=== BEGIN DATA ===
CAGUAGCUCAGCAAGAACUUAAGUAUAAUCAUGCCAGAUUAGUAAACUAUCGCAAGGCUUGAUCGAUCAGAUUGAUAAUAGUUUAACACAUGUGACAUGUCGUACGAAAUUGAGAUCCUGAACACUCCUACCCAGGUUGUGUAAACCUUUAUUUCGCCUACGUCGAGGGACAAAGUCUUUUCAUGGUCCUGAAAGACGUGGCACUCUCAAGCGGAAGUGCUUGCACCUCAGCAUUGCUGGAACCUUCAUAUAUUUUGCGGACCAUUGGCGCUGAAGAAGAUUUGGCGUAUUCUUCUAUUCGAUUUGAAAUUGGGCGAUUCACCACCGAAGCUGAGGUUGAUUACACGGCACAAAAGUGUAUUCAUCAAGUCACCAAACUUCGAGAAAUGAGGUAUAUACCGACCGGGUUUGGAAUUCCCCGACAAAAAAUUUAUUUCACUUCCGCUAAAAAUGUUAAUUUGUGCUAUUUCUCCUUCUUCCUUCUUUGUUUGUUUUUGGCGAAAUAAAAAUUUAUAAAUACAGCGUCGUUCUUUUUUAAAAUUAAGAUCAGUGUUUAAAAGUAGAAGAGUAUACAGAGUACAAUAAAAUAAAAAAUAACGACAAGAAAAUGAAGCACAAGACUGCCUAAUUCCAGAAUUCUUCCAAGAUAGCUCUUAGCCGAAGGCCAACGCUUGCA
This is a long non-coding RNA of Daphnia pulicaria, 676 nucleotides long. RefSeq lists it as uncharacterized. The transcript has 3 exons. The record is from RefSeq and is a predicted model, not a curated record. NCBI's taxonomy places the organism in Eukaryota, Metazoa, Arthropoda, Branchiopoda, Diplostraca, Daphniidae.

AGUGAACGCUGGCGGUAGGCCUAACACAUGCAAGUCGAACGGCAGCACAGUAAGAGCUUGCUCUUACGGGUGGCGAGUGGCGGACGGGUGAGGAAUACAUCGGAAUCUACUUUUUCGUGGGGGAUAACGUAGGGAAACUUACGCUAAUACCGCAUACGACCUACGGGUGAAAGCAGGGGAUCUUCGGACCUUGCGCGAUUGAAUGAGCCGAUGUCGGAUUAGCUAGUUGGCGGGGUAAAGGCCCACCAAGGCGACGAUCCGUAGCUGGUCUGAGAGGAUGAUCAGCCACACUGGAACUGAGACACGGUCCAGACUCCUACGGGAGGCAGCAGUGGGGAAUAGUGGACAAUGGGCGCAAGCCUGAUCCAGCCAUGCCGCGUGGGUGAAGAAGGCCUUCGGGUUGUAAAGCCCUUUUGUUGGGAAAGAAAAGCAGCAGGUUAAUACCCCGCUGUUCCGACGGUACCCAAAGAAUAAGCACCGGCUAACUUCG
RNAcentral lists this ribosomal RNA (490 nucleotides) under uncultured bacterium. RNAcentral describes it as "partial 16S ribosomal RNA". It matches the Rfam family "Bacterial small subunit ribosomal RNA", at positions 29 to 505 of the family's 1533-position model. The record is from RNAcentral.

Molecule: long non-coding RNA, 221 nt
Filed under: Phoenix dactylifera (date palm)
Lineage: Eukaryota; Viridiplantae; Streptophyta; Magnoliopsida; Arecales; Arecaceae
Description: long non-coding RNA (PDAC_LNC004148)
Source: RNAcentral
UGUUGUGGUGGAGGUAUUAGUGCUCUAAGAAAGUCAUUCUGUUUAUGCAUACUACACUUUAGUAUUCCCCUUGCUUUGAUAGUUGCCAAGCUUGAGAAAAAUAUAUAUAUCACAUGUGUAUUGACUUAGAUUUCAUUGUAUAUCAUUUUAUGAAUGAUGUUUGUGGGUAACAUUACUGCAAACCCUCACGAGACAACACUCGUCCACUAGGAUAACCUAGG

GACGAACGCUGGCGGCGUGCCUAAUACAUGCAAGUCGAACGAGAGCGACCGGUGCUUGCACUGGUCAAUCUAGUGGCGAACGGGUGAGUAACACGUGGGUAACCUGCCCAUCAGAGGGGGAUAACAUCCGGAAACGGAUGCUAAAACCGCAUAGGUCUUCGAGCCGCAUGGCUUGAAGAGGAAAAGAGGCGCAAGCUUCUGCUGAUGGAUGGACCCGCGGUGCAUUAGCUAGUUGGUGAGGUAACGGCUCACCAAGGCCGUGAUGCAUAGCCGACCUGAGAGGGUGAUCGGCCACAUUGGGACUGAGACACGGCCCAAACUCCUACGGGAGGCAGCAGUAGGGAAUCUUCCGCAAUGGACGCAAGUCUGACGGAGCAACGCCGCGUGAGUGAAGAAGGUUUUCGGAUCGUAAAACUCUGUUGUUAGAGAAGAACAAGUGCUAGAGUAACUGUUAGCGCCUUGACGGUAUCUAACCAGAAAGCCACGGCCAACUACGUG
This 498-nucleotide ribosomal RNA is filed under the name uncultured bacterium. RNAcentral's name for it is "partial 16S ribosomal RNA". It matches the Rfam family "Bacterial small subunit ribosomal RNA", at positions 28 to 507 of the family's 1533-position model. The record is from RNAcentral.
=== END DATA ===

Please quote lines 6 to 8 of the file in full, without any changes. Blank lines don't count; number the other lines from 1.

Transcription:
Filed under: Phoenix dactylifera (date palm)
Lineage: Eukaryota; Viridiplantae; Streptophyta; Magnoliopsida; Arecales; Arecaceae
Description: long non-coding RNA (PDAC_LNC004148)